• a climate of acceptance of all pupils, including those who have distinctive needs

  • careful preparation of placements, covering the pupils with SEN, their peers in school, parents and staff

  • the availability of sufficient suitable teaching and personal support

  • widespread awareness among staff of the particular needs of pupils with significant special needs and an understanding of practical ways of meeting them in classrooms and elsewhere

  • sensitive allocation to teaching groups and careful modification of the curriculum, timetables and social arrangements

  • the availability of appropriate materials and teaching aids and adapted accommodation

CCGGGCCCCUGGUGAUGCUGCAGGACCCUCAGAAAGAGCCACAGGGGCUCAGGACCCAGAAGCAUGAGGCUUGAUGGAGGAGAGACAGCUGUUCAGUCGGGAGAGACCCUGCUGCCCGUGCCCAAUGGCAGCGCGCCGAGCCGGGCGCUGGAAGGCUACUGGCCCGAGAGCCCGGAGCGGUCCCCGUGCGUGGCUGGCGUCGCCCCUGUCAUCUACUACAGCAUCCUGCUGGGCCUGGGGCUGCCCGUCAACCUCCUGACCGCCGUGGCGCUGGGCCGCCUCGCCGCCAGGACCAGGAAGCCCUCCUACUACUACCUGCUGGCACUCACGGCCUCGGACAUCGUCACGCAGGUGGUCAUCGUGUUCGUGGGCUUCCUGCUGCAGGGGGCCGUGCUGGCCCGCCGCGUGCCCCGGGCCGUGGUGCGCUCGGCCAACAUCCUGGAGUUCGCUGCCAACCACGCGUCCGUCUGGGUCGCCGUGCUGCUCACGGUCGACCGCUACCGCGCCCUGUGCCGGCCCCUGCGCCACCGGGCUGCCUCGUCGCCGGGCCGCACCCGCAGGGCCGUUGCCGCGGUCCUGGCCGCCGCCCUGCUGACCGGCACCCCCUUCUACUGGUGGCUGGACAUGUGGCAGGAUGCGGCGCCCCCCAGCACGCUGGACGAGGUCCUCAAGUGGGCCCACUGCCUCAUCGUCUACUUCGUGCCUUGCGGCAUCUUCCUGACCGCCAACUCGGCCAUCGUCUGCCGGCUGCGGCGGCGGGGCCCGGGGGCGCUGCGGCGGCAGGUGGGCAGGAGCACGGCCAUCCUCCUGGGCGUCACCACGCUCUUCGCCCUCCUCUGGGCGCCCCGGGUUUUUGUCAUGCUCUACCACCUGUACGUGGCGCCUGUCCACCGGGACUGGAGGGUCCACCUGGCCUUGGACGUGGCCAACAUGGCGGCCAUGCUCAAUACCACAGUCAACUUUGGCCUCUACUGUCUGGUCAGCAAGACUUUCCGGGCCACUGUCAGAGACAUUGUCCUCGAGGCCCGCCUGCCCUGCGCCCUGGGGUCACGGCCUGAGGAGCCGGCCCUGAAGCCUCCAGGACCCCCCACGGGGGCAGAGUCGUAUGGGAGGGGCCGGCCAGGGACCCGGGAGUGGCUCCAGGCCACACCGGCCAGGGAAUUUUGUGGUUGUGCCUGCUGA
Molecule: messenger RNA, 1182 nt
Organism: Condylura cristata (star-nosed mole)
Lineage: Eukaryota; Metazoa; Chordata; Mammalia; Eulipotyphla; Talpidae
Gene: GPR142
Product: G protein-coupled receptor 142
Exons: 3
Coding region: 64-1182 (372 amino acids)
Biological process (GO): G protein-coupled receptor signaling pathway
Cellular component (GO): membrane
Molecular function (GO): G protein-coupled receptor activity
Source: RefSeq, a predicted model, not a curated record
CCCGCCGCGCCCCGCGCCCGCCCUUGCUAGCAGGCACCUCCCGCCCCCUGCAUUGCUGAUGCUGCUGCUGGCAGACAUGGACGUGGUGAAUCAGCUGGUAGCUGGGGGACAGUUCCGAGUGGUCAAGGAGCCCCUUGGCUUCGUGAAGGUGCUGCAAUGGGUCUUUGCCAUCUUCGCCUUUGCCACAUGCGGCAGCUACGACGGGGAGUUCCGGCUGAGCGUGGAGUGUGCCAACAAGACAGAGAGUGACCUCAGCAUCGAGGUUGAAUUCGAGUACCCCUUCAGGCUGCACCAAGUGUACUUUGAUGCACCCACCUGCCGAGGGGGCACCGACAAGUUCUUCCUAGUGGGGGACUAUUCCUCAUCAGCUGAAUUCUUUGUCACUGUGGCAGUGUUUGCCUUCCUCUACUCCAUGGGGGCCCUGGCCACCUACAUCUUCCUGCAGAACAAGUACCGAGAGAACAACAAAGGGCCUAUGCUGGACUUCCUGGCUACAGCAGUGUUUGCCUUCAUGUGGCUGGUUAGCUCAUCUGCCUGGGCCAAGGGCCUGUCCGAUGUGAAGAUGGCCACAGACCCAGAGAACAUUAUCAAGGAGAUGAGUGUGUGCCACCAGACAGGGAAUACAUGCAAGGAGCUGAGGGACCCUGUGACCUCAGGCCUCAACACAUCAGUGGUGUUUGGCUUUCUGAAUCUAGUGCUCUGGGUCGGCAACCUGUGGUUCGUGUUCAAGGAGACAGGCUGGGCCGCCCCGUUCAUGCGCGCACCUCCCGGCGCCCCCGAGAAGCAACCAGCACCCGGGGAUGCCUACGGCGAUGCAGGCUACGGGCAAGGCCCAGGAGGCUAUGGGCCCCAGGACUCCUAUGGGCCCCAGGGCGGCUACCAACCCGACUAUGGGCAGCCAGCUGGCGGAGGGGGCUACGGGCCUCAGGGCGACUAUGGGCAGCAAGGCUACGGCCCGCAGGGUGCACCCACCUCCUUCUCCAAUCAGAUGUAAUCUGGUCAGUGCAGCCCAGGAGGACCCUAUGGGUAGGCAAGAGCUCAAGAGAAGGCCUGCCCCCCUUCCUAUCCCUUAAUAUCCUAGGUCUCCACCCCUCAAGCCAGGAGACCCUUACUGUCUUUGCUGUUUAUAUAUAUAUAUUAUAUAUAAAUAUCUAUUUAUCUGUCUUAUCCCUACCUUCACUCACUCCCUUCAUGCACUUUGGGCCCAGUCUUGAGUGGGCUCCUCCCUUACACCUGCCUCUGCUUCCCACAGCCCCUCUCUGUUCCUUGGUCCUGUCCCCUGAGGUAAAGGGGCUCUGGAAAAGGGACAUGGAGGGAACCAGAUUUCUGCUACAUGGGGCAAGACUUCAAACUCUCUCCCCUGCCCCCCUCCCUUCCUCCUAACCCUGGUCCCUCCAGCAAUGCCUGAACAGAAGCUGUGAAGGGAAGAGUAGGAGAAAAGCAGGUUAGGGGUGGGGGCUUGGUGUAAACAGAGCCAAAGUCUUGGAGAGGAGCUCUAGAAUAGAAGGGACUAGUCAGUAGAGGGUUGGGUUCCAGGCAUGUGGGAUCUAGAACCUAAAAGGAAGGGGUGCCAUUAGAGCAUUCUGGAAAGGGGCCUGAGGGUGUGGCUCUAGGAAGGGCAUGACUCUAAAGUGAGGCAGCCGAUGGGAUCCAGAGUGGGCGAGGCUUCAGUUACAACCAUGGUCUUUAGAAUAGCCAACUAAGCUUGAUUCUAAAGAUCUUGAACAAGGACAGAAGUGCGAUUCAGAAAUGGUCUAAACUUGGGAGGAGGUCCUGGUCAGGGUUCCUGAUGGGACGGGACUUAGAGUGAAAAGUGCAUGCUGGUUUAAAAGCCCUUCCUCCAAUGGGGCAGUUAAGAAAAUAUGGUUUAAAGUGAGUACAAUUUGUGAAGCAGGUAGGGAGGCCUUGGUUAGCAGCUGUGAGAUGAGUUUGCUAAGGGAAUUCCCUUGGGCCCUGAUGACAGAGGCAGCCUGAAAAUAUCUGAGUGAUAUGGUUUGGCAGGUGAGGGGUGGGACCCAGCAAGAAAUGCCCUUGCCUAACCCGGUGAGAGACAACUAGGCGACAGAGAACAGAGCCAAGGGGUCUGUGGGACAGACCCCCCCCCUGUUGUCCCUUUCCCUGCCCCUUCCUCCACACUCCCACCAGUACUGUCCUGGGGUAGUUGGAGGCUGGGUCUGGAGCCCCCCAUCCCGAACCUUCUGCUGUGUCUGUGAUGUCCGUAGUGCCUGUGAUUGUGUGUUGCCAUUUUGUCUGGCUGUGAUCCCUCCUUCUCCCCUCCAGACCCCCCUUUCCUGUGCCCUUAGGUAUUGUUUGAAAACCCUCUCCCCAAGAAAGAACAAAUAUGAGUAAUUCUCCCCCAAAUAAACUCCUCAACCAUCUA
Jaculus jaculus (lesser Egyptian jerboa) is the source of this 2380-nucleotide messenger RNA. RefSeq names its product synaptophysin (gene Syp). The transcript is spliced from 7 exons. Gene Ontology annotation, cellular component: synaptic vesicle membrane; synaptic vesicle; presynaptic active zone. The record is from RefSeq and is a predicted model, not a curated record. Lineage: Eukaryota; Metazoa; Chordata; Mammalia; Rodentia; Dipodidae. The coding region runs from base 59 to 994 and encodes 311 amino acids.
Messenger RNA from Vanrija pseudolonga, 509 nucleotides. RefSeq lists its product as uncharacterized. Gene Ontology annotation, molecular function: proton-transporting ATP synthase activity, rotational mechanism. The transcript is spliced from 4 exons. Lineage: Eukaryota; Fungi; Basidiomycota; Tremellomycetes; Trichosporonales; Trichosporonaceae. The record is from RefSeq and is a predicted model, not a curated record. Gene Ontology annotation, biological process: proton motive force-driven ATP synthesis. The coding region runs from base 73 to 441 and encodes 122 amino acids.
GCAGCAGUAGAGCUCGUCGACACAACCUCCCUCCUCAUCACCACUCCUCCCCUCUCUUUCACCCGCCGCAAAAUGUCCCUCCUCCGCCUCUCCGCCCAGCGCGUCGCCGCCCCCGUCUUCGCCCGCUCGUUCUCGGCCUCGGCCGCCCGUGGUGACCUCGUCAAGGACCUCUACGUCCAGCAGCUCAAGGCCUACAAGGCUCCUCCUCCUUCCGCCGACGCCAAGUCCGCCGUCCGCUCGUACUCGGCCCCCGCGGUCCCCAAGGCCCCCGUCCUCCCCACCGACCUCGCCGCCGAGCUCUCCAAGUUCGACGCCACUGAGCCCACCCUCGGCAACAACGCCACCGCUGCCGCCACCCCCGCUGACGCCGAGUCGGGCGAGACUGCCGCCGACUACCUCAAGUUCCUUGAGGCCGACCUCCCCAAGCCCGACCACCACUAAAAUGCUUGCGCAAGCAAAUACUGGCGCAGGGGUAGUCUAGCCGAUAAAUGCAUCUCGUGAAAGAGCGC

• an active approach to personal and social development, as well as to learning, especially to lessen the effects of the divergence of social interests between older pupils with SLD and, sometimes, those with ASD, and their peers

  • well-defined and consistently applied approaches to managing difficult behaviour

  • assessment, recording and reporting procedures which can embrace and express adequately the progress of pupils who may make only small gains in learning and personal development

  • involving parents as fully as possible in decision-making, keeping them well informed about their child’s progress and giving them as much practical support as possible

  • developing and taking advantage of training opportunities, including links with special schools and other schools providing for a similar group of pupils with SEN. (paragraph 82)

Paul Simpson, Secretary

October 2004